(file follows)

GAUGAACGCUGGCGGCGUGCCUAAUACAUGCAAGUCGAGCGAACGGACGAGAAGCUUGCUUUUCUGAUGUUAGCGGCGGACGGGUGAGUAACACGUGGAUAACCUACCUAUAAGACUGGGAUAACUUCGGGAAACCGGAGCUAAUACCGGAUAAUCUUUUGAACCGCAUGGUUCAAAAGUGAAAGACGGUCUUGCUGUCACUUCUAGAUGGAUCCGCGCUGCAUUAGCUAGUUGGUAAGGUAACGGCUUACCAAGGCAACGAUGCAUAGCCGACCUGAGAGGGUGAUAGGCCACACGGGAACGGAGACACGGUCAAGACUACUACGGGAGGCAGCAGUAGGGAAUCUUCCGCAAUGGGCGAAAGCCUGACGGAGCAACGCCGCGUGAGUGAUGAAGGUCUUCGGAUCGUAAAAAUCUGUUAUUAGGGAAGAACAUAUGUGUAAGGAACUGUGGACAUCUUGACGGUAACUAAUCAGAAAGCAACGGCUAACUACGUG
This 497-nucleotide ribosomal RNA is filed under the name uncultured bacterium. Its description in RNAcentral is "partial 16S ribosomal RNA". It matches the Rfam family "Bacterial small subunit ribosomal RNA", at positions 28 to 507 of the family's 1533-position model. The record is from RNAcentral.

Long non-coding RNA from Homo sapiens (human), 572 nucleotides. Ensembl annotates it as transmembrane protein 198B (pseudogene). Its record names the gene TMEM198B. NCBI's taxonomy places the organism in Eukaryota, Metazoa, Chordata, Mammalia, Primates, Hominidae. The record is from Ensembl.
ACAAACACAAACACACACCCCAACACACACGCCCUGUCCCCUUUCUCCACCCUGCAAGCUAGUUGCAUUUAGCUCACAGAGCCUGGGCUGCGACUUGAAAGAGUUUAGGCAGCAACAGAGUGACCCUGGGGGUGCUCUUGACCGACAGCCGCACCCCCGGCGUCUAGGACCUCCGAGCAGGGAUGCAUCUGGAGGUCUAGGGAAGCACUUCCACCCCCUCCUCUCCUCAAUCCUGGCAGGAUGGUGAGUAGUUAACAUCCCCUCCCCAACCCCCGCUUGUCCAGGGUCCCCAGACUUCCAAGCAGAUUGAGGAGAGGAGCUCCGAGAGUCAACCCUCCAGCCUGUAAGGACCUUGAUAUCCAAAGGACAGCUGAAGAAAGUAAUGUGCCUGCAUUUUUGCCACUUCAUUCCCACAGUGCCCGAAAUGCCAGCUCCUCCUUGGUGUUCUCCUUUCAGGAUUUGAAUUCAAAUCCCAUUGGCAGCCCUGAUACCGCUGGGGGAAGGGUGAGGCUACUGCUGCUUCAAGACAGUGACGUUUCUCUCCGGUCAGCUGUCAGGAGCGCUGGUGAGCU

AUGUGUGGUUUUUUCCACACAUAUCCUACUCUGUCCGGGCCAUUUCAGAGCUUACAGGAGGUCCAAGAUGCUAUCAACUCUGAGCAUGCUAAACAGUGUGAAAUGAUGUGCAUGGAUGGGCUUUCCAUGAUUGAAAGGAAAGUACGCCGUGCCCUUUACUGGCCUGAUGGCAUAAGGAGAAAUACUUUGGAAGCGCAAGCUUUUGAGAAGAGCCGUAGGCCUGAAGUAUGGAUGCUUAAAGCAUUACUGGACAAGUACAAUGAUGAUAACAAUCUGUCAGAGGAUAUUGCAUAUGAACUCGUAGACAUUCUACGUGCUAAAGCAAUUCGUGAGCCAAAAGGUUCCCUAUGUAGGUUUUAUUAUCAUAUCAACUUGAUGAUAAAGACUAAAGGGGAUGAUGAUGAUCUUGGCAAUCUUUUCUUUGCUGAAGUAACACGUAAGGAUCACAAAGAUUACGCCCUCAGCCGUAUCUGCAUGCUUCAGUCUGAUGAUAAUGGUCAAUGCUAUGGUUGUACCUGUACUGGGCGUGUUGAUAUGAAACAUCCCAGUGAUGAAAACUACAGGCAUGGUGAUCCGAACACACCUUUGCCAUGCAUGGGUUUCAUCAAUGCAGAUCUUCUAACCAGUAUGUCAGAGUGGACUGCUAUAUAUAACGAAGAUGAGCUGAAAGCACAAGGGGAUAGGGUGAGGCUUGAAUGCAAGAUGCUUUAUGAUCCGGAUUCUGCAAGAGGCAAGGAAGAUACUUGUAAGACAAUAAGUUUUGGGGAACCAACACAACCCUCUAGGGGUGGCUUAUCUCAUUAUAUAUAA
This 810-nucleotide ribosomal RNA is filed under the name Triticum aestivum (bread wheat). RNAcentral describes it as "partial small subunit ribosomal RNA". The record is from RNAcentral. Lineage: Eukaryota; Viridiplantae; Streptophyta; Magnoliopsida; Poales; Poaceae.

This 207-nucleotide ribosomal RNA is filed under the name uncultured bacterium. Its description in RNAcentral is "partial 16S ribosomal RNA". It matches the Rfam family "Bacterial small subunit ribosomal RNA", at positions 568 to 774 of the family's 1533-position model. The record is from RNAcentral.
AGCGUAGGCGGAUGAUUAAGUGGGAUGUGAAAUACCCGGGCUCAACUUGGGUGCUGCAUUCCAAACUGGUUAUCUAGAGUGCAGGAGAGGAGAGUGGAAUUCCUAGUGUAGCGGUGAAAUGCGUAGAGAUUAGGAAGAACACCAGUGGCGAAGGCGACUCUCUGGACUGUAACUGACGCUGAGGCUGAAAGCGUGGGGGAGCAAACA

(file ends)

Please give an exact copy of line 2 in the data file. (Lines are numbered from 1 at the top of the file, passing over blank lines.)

This 497-nucleotide ribosomal RNA is filed under the name uncultured bacterium. Its description in RNAcentral is "partial 16S ribosomal RNA". It matches the Rfam family "Bacterial small subunit ribosomal RNA", at positions 28 to 507 of the family's 1533-position model. The record is from RNAcentral.